There are also organizations, websites and Facebook pages dedicated to researching the genealogy of a single surname or a single location in both the U.S, and other countries.  (Full disclosure: I haven’t fully researched any of them but I know they exist.)

Examples I’m aware of include the Guild of One-name Studies  and Wikitree’s One Place Study project. To thoroughly investigate this topic, try googling “one name study” or “one place study” to learn more about how they can help you with your Irish Desmond research.

Online Courses in Irish Research

The National Institute of Genealogical Studies (NIGS) also offers a series of classes on Irish research. Two very basic ones I’ve taken are: Irish: Understanding Ireland, History and Source Records and Research: Irish Ancestors. You can learn more about these courses (and many others) by going to:

Other online providers offer general courses in genealogy as well.

Books for Your Own Personal Genealogy Library

Eventually—when you’re further along in your Irish research—you may want to pick up a few of the reference books mentioned below.

Some are introductory guides to pursuing Irish research; some are guides to Irish surnames and places; one focuses on records located in Ireland; and the other is about the social history of everyday life in Ireland in the 1800s. (Can’t wait to dig into that one!)

Some you’ll refer to often and others, for the most part, will remain on your bookshelf but  come in handy when you need them. A sampling:

Finding Your Irish Ancestors: A Beginner’s Guide by David S. Ouimette (c. 2005)

Tracing Your Irish Ancestors by John Grenham. (c. 2012)

The Surnames of Ireland by Edward MacLysaght (c. 1999)

Special Report on Surnames in Ireland by Sir Robert Matheson (c. 1909)

A New Genealogical Atlas of Ireland by Brian Mitchell (c. 2002)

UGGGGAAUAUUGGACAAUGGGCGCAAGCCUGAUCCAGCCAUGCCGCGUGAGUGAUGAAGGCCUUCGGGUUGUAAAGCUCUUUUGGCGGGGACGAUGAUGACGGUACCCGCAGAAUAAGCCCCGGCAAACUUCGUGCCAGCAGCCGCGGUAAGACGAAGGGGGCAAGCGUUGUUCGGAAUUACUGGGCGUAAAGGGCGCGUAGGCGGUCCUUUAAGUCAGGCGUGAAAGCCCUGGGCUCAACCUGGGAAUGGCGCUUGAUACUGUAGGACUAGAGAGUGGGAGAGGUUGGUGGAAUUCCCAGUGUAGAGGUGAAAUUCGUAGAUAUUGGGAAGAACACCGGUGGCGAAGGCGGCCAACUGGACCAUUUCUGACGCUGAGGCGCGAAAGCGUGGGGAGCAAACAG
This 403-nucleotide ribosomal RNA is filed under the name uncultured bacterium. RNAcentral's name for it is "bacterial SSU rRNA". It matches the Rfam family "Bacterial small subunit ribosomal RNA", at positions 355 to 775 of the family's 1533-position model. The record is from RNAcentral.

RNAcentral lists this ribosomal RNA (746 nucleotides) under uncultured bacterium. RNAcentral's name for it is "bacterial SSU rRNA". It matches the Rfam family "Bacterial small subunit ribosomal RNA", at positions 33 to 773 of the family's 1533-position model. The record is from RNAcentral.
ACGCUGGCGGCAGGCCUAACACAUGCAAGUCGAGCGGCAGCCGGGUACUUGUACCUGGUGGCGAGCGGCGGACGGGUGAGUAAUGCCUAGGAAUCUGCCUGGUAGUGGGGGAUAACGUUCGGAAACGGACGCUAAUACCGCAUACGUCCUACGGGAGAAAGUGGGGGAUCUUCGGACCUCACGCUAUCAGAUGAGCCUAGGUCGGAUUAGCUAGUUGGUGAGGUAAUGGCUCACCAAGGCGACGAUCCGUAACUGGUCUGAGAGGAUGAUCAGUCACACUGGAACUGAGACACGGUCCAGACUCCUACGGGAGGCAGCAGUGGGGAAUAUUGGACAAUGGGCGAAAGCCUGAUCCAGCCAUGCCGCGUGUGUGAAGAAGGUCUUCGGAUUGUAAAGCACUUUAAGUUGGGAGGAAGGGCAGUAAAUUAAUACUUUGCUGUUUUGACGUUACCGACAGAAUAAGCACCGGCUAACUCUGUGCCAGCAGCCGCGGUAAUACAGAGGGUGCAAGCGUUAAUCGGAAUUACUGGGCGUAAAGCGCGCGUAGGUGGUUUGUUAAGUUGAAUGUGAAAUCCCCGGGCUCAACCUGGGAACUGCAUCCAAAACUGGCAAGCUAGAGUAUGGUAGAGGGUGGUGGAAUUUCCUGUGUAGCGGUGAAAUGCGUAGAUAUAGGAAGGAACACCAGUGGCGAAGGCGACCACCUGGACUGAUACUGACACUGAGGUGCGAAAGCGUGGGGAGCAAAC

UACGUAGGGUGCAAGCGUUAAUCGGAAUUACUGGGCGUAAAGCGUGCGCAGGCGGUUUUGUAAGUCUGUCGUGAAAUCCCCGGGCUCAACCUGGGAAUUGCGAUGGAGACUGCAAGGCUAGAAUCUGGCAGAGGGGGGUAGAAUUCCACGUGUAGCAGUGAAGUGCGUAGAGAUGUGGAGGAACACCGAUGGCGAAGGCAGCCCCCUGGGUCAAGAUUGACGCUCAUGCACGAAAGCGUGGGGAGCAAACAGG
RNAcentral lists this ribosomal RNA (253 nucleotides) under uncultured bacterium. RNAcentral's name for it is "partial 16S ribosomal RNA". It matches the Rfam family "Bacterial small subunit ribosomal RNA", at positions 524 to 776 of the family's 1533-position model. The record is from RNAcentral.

Irish Place Names by Deirdre and Laurence Flanagan (c. 2002)

General Alphabetical Index to the Townlands and Towns, Parishes and Baronies of Ireland as reprinted by the Genealogical Publishing Co., Inc. (c. 1851).

Irish Records: Sources for Family & Local History by James G. Ryan (c. 1997)

Everyday Life in 19th Century Ireland by Ian Maxwell (c. 2012)

By the way, when it comes to buying books, you don’t have to buy them new. I often use online booksellers like Amazon and Barnes & Noble to find gently used copies that are in “very good” to “excellent” condition for a very reasonable price.

(For other tips on buying books see this 3-part series of posts I wrote a few years ago for this GeneaJourneys blog.)

There are a host of other resources (websites, webinars, conferences, institutes, archives, specialty libraries, etc.) that are available for doing Irish genealogy research as well, but the ones above should give you a good start.

Who knows? Maybe you’ll find out we’re more closely related through the Desmond line than we thought!

Best of luck in your research, Claire.

Pat Biallas

Following is an edited version of the original inquiry I received from a fellow hunter of Desmond ancestors whose origins are in County Cork, Ireland.